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What is Plantar Fasciitis?

Plantar fasciitis ( plantarfasciitis) is a common diagnosis for complaints of foot pain. The suffix “-itis” means “the inflammation of”, so in this case, it is the inflammation of something called the plantar fascia. The plantar fascia is a very thick and fibrous tissue on the bottom of each foot. Primarily, it functions as a support for the arch of the foot by running between the heel bone and each of the individual toes. Certain foot movements cause tension in the plantar fascia, helping us keep a strong base of support.

Signs and Symptoms of Plantar Fasciitis

  • Heel pain: Typically, pain is felt at the inside of the foot, near the bottom of the heel bone. Sometimes, it may radiate down the arch of the foot.
  • Can be pinpointed with a finger: Most people when asked where their pain is located, are able to use one finger to accurately point out the location of the pain. The pain usually comes from a very specific spot and is easily reproduced when touched.
  • Warm up pain: Plantar fasciitis is usually the worst after long periods of being off your feet. For example, when you wake up in the morning or after sitting for a long time. When you go to take those first couple of steps, you may find the pain sharper and more intense than before. Fortunately, this tends to last only a couple of steps to a couple of minutes.
  • Difficulty weightbearing: Plantar fasciitis may give you trouble during walking, running, standing, and other activities that require putting weight onto the feet. This pain usually gets worse the longer these activities are maintained, then relieved by resting and being off the feet.
  • Calf stiffness: Tight, tender, and/or stiff calf muscles are a risk factor to developing plantar fasciitis. Tight calves can increase stress on the plantar fascia and may lead to further aggravation of the condition.

Physiotherapy Treatment for Plantar Fasciitis

Physiotherapy Treatment for Plantar Fasciitis

Physiotherapy is one of the best treatments for plantar fasciitis.  It focuses on reducing your foot pain, improving flexibility and strength, correcting biomechanical abnormalities, and promoting ideal function of your foot. Additionally, treatment includes shockwave therapy,stretching exercises, taping, manual therapy techniques, orthotic interventions, and activity modification.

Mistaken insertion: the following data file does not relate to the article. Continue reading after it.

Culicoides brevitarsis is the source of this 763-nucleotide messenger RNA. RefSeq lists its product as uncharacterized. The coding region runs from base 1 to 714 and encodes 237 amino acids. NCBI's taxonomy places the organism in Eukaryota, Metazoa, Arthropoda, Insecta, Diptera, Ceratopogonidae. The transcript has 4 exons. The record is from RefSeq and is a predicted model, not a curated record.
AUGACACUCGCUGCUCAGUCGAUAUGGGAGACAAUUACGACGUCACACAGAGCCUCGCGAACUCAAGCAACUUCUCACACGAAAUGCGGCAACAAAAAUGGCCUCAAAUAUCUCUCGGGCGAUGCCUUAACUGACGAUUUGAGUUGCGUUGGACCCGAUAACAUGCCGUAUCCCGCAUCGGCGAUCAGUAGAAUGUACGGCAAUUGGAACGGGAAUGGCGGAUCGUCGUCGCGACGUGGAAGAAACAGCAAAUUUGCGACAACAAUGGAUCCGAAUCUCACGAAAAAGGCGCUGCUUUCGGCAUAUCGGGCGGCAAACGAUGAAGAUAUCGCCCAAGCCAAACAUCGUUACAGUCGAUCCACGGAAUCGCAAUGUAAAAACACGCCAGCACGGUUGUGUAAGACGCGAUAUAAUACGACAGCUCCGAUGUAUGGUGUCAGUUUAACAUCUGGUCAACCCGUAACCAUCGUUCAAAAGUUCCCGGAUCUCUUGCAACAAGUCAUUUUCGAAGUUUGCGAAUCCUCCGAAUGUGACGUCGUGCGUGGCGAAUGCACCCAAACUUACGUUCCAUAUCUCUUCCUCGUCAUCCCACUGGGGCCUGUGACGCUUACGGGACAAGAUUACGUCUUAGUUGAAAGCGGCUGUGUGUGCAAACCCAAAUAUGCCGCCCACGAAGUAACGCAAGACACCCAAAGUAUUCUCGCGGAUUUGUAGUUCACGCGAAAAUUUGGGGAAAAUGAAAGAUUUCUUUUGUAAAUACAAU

Shockwave Therapy

PhysioNow is pleased to offer high end shockwave therapy for plantar fasciitis pain relief. Research has found shockwave therapy to be quite effective at treating plantar fasciitis. Using high-energy acoustic waves, it promotes a healing response in the plantar fascia tissue and can create improvements in symptoms in just a couple of sessions! Found at our Applewood clinic, shockwave therapy may be exactly what you need for your heel and foot pain.

If you’re experiencing symptoms of plantar fasciitis or have concerns about foot pain, it’s important to consult with one of PhysioNow’s qualified physiotherapists for a thorough assessment and tailored treatment plan. Early intervention and appropriate management can facilitate a faster recovery and get you back to pain-free as quickly as possible.

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FAQs

How is plantar fasciitis diagnosed?

Typically, a health care professional will diagnose based on your signs, symptoms and a physical examination. For example, the presence or absence of that warm up pain may be used to rule in or out plantar fasciitis, and a physical examination may involve  special tests specific to plantar fasciitis such as the Windlass test. Sometimes, imaging tests such as X-rays or ultrasound may be ordered to rule out other causes of foot pain.

What are the treatment options for plantar fasciitis?

Conservative treatment is the primary method for plantar fasciitis, including a combination of relative rest and activity modifications, physical therapy for stretching/strengthening exercises and soft tissue massage, wearing supportive footwear (ex. Running shoes rather than sandals), using orthotic devices or shoe inserts, and modalities like shockwave therapy.

How long does it take to recover from plantar fasciitis?

Recovery time is highly unique to each individual, depending on type of job, lifestyle, severity of pain, and more. Some people may experience symptoms for a year or longer, especially if they have left it untreated. However, plantar fasciitis often improves with conservative treatments within a few months. In some cases, with shockwave therapy, improvements can be seen after just a couple of sessions. It is best to treat the pain as early as possible. The longer the pain has been there, oftentimes the more stubborn it can be to leave as more scar tissue has developed.

Can plantar fasciitis come back after treatment?

Yes, plantar fasciitis can come back. This is especially true if the underlying factors that caused the condition are not addressed. In addition, it can return if you go back to wearing unsupportive footwear. It's important to continue with your exercises and recommendations from your health care professional in order to minimize the chance of your pain recurring.

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